Ship Building at the San Gabriel Mission 1895

Alright, I ain't even gonna pretend that anyone who isn't a rabid fan of early California ship building or Michael White (and that's even a stretch) is gonna wanna read this post. But for the true hard-core researchers, this one's a gem. Here are some of the highlights: Frank Polley was totally unaware of Michael White (which might have provoked H.D. Barrows into making his presentation to the historical society the following year). Another possibility is that he knew him as Miguel Blanco and assumed that he was Mexican-born. Polley's research is a little shakey anyway – this looks like a two- or three- source document to me. Still, there are clues… 


Polley wrote "It is said a launch was constructed in 1824 at San Francisco by an Englishman." Could that be William Richardson, who took charge of the Guadalupe? Polley also wrote that Father Sanchez had been charged with smuggling – Did Michael White have a hand in that? Polley wrote that one of the restrictions placed on the Guadalupe was that she was to have a crew of six and "more than half were to be Mexican" –

was that a contributing factor for Miguel Blanco's (Michael White) participation and the perhaps there was a "hurry up" on his marriage and naturalization? When Blanco built the Santa Barbara, it was at the behest of Capt. José de la Guerra y Noriega, who was the commander of the presidio at Santa Barbara, although White did not mention whether this was a private interest or if it was done for the millitary. What led Father Sanchez to hire the same crew at the mission? Finally – Polley's description of Chapman isn't exactly flattering – did White consider Chapman to be a real rube, or is there more to the story we don't know?


Ship Building at the San Gabriel Mission

By Frank J. Polley

Read March 4, 1895


The fact that a ship was constructed at San Gabriel and carried in pieces to San Pedro, there placed in position and properly launched, is generally overlooked

in treating of the achievements by the mission fathers. The historians have almost nothing on the subject and the data left by old pioneers is distressingly meager. The construction of this ship marked the beginning of a new era in Southern California's prosperity which later on many circumstances conspired to defeat.


The first ship ever constructed on the southern shores of the Pacific was built by the Jesuit Father Ugarte in 1719. A ship was needed for the coast survey. After traveling many miles in the mountains, suitable timber was found at last. Its transportation to the coast presented difficulties considered almost insurmountable.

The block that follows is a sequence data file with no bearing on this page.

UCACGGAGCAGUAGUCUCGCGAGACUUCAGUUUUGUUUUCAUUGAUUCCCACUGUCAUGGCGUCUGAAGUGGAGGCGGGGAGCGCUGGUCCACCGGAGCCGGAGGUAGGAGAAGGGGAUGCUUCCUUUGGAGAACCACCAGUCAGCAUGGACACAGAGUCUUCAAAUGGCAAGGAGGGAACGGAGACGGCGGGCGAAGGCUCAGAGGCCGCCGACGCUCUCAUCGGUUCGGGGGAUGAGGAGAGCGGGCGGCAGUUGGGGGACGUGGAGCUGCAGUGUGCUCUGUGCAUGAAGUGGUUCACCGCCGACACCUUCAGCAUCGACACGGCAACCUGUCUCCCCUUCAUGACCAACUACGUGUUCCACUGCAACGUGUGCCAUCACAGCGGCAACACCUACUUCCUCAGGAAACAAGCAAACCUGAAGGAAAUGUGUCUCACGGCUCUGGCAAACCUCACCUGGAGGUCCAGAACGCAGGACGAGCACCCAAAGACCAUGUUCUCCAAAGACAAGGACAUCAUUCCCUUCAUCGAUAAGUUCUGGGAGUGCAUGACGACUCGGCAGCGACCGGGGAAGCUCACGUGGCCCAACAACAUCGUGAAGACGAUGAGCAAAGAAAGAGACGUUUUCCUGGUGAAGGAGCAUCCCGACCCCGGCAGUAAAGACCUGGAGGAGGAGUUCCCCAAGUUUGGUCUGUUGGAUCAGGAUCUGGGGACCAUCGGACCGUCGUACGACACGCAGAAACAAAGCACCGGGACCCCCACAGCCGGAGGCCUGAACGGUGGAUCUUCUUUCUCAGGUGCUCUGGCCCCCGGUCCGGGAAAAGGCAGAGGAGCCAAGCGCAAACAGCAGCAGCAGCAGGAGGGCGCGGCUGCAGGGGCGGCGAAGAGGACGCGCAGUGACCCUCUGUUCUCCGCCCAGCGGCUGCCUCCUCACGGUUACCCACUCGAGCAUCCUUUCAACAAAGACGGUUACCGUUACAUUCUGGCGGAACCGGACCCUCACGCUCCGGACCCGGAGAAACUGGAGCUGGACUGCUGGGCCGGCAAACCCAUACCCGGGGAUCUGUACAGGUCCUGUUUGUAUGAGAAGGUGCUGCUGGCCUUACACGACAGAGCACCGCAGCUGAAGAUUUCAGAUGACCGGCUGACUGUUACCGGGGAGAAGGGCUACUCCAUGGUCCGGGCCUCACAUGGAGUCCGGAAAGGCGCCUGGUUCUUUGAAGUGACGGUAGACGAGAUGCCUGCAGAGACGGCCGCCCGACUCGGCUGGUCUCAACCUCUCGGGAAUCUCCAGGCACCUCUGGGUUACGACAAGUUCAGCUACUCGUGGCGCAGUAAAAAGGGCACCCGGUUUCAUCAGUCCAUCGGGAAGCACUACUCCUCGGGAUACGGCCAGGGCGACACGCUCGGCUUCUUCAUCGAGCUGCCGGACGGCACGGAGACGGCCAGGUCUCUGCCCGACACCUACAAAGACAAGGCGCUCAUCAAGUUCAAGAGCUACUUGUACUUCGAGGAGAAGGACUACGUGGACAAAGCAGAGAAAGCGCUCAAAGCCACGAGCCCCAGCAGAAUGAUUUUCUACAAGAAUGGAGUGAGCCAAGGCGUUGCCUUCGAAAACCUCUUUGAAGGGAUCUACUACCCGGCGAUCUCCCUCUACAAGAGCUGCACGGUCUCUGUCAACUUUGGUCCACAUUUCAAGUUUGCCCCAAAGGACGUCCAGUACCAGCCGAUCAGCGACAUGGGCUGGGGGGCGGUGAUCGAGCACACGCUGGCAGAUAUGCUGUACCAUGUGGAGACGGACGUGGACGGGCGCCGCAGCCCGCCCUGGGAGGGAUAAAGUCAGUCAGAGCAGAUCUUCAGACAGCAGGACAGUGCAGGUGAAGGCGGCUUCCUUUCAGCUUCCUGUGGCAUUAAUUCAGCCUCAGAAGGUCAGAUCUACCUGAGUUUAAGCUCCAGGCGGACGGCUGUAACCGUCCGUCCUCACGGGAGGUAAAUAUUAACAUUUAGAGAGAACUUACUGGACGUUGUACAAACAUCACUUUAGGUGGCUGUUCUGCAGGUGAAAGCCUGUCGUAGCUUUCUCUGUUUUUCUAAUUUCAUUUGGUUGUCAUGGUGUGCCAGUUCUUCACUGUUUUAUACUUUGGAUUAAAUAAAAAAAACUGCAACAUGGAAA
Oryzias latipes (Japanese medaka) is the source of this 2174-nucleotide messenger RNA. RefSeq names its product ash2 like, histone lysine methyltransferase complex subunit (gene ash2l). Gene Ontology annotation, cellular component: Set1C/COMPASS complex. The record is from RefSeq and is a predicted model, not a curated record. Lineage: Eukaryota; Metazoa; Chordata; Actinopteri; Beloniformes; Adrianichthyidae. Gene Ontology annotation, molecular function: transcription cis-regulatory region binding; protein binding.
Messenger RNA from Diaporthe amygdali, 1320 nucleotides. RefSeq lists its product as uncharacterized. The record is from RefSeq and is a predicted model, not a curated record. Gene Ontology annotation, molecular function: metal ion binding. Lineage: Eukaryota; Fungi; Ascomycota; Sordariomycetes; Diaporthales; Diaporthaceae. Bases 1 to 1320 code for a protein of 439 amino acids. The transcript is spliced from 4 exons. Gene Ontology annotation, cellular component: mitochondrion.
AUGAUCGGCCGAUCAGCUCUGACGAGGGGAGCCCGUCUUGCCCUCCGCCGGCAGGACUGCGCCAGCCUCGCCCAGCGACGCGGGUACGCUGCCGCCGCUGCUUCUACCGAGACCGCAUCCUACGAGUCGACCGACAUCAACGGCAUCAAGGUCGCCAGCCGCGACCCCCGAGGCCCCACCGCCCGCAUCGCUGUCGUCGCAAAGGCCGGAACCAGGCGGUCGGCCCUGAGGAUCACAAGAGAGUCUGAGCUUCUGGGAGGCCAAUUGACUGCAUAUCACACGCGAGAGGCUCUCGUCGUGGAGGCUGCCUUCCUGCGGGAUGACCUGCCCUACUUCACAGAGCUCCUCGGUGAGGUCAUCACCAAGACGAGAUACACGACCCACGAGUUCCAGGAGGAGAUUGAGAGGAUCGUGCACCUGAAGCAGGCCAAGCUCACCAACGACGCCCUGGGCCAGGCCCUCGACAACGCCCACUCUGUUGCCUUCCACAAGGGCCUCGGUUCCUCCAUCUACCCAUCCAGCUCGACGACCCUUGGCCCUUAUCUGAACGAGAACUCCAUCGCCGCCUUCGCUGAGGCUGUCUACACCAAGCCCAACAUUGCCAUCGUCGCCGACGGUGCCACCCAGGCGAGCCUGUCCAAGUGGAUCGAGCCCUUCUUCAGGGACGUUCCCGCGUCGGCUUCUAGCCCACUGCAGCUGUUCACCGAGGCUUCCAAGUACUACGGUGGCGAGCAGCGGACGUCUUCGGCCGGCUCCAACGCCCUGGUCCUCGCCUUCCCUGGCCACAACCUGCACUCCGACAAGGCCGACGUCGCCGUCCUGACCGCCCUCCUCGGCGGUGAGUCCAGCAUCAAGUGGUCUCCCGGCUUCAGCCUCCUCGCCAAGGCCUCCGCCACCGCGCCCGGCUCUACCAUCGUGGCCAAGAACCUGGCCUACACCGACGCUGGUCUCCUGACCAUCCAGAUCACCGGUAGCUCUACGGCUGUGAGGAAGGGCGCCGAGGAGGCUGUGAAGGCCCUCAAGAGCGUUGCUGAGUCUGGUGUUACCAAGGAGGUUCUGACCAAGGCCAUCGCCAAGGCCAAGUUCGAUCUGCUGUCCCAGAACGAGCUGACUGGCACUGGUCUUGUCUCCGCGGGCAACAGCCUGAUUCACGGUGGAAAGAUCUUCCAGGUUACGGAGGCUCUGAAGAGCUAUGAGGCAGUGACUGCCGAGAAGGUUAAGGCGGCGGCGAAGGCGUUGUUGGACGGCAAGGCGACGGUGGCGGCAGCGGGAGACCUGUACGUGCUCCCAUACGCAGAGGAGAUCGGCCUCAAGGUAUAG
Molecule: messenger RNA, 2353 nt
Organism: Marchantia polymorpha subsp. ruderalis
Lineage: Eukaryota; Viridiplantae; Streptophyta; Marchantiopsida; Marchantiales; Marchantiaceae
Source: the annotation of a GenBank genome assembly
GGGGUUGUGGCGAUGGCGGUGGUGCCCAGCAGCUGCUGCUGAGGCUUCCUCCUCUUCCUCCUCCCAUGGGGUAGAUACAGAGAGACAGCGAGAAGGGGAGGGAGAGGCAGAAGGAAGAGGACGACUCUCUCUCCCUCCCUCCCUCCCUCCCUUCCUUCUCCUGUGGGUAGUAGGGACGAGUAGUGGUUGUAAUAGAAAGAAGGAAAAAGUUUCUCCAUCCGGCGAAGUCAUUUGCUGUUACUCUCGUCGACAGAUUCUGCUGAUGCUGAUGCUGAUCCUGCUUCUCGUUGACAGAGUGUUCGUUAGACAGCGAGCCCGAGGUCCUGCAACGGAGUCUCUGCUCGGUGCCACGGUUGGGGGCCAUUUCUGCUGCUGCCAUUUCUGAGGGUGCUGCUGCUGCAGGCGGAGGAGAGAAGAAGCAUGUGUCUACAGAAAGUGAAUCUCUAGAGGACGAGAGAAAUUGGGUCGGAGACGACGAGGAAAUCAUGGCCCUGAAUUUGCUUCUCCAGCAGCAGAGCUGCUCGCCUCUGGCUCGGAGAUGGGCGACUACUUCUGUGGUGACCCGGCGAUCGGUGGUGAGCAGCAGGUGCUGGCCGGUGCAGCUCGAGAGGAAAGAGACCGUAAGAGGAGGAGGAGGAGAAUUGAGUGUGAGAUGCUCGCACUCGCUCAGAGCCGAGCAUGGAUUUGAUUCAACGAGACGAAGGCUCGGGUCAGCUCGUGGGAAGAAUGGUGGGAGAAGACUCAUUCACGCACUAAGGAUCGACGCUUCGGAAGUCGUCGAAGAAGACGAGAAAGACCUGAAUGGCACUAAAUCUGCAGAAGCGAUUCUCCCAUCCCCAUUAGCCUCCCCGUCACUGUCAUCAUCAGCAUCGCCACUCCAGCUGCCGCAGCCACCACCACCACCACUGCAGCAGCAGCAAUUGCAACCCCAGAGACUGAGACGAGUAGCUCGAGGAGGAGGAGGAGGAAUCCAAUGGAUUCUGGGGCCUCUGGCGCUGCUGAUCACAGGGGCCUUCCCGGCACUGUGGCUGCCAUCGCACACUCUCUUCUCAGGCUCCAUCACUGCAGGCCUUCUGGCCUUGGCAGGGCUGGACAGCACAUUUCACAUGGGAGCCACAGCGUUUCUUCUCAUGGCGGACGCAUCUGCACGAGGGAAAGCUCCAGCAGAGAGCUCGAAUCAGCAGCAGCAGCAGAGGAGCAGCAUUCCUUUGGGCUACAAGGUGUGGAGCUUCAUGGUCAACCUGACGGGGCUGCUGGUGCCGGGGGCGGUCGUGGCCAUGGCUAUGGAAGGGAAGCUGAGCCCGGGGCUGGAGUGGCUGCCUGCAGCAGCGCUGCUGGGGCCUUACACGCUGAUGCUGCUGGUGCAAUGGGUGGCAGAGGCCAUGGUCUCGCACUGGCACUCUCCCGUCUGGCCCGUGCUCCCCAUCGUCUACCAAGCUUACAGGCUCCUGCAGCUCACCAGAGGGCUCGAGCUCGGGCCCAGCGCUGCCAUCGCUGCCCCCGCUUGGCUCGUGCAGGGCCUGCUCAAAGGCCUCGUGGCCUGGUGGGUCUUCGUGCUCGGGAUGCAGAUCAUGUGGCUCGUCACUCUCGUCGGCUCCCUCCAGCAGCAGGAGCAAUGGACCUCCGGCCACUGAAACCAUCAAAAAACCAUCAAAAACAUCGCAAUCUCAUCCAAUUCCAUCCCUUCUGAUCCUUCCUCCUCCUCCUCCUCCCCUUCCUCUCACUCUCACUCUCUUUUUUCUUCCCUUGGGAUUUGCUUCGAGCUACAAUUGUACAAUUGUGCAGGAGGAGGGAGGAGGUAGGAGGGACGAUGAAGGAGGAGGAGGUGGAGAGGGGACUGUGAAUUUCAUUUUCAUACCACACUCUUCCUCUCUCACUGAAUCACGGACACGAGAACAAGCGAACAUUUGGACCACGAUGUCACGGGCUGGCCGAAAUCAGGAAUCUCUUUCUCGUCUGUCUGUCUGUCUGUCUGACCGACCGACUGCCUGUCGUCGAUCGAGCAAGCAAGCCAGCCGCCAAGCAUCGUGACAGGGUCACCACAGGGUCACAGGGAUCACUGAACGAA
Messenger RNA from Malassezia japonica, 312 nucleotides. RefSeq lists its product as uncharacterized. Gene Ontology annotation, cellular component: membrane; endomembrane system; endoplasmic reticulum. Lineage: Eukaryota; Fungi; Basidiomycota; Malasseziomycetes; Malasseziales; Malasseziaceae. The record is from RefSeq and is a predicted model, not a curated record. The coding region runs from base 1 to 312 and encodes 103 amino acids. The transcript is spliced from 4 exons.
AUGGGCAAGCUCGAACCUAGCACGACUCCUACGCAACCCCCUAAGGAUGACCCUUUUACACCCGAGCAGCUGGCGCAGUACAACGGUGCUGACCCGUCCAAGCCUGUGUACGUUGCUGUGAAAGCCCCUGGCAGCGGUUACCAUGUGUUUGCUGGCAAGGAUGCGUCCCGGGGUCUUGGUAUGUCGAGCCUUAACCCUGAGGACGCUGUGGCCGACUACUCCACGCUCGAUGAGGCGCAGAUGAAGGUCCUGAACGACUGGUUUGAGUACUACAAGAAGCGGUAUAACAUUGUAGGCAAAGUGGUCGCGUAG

Father Ugarte's ship, for a time, became a matter for joke. But his energy overcame all obstacle.s He had the timber felled, hewn, and dragged to the coast and there built a ship which he named the Triumph of the Cross. The recollection of this fact may have stimulated the priests of San Gabriel to a like achievement.


Father Sanchez was a priest of great executive ability. When called to San Gabriel, the lowering clouds of secularization were in the sky, but the revenues and assets of the mission were still prosperous, and in the present, the probabilities of the future were dismissed. The lands were well-tilled, the stock had multiplied, and the trade with coasting vessels had furnished a handsome profit for all concerned. The energy and executive ability of Father Salvidea, his predecessor in office, had given an impetus to the work at the San Gabriel Mission and Father Sanchez, if he was desirous of perpetuating his own fam,e must have realized that it would be incumbent upon him to divide the honors by the origination of some plan that would direct a new channel of wealth to the mission coffers.


The mission fathers, by means of the coasting vessels and travelers, kept well-informed of occurrences on the coast. There were large numbers of otter and they knew the business had already proven profitable at Clemente and Catalina Islands. In the journals of Father Pena and Crespi, the Indians are described as dressing in the skins of the otter and the pelts seem to have been put to many uses by the Indians.


The old adobe owned by the mission fathers and situated on the San Pedro bluffs was then in a good state of preservation and was used as a warehouse. It would be a source of great financial gain to the mission if the warehouse could be filled with otter skins instead of hides and tallow. There was no question but that the supply of otter would not last long. Reports were current at Monterey, and in the North, of the reckless slaughtering of these valuable animals.